Valley of the Temples in Agrigento, Sicily: a tour

On our recent visit to Sicily, we went to the Agrigento area (on the southern part of the island) for two reasons: we wanted to see the Valle dei Templi and the popular Scala dei Turchi beach. Both of these attractions, although completely different, made a great impression on us. You can read about the Scala dei Turchi in the article about the best beaches in Sicily, and today I wanted to introduce you to this other Sicilian attraction: The Valley of the Temples.


The Valley of the Temples is certainly one of the most important archaeological sites in Sicily. It lies on the site of the ancient city of Akragas - described by the Greek poet Pindar as "the most beautiful city inhabited by man." Today, in the Valley of the Temples, we can find well-preserved ruins of five temples and other remains of buildings including a theater, gymnasium, and necropolis. In 1997, the Valle dei Templi was listed as a UNESCO World Heritage Site. The Valley of the Temples is located about 3 km from the city of Agrigento, in southern Sicily.

Valley of the Temples in Sicily
Valley of the Temples in Sicily. Pictured is the Tempia della Concordia (photo


City Akragas was founded in 580 BC by Greek colonists from the cities of Gela and Rhodes. The settlement was established on a plateau, near the coast and the fishing village of San Leone. From the middle of the 4th century, the city grew intensively, and in the 5th century BC, under the rule of tyrants Falarisa i Terona It reached the apogee of its prosperity, power and wealth. During its heyday, Akragas captured a third of Sicily's territory. It developed from a small settlement into a city-state with a population of about 200,000.

Temple of Concordia
Valley of the Temples. Pictured is the Temple of Concordia (photo

In 480 BC. Teron, along with the tyrant of Syracuse, defeated in a the battle of Himera Carthaginians. 7 years later, after the death of Teron, power was assumed by his son Trazydeos. However, he was quickly exiled by the city's residents, who were introducing democracy to the city.

Several decades later, the city was captured and destroyed by the Carthaginians. It did not return to its glory days until it was rebuilt by the Timoleon. Akragas, however, was further destroyed during the two Punic wars Between the Roman Republic and Carthage. The Carthaginians ruled over the city until 210 BC, when the Romans captured it during the Second Punic War. The city changed its name at this time from Akragas to Agrigentum.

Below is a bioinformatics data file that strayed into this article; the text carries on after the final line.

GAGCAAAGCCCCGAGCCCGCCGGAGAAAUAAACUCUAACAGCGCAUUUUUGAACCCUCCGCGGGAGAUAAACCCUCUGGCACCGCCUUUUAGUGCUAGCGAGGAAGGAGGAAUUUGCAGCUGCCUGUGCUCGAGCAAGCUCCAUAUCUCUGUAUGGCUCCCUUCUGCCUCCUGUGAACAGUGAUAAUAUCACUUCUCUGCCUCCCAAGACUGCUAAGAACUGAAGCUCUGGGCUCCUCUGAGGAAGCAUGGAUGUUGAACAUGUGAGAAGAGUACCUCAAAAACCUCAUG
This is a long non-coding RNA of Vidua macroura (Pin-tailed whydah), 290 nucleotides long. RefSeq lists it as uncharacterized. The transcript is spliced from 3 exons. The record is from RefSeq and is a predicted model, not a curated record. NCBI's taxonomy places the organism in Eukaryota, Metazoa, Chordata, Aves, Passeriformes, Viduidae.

During the Roman era, the city underwent renewed reconstruction, as well as rebuilding. New public buildings such as a theater and temples were erected. After the fall of the Roman Empire, the city began to succumb to barbarian invasions, but eventually the city was ruled by the Byzantine Empire.

In the 9th century, the city was captured by the Arabians, who were expanding their influence in Europe. Then, in the 11th century, Sicily was overrun by the Normans, who captured the city and renamed it again, this time to Girgenti. It wasn't until 1927 that Mussolini renamed it to the name still known today: Agrigento.

If you are looking for more information about the history of this place, I highly recommend checking out the article on the Google Arts&Culture site, which you will find here.

Tour of the Valley of Temples

To visit the Valley of the Temples in Sicily, it is worth setting aside a minimum of 2-3 hours. We were there at the end of June and the temperatures were already making their presence felt. So if you are going there during the holiday season, don't forget to take with you enough water, a hat or cap and UV filter.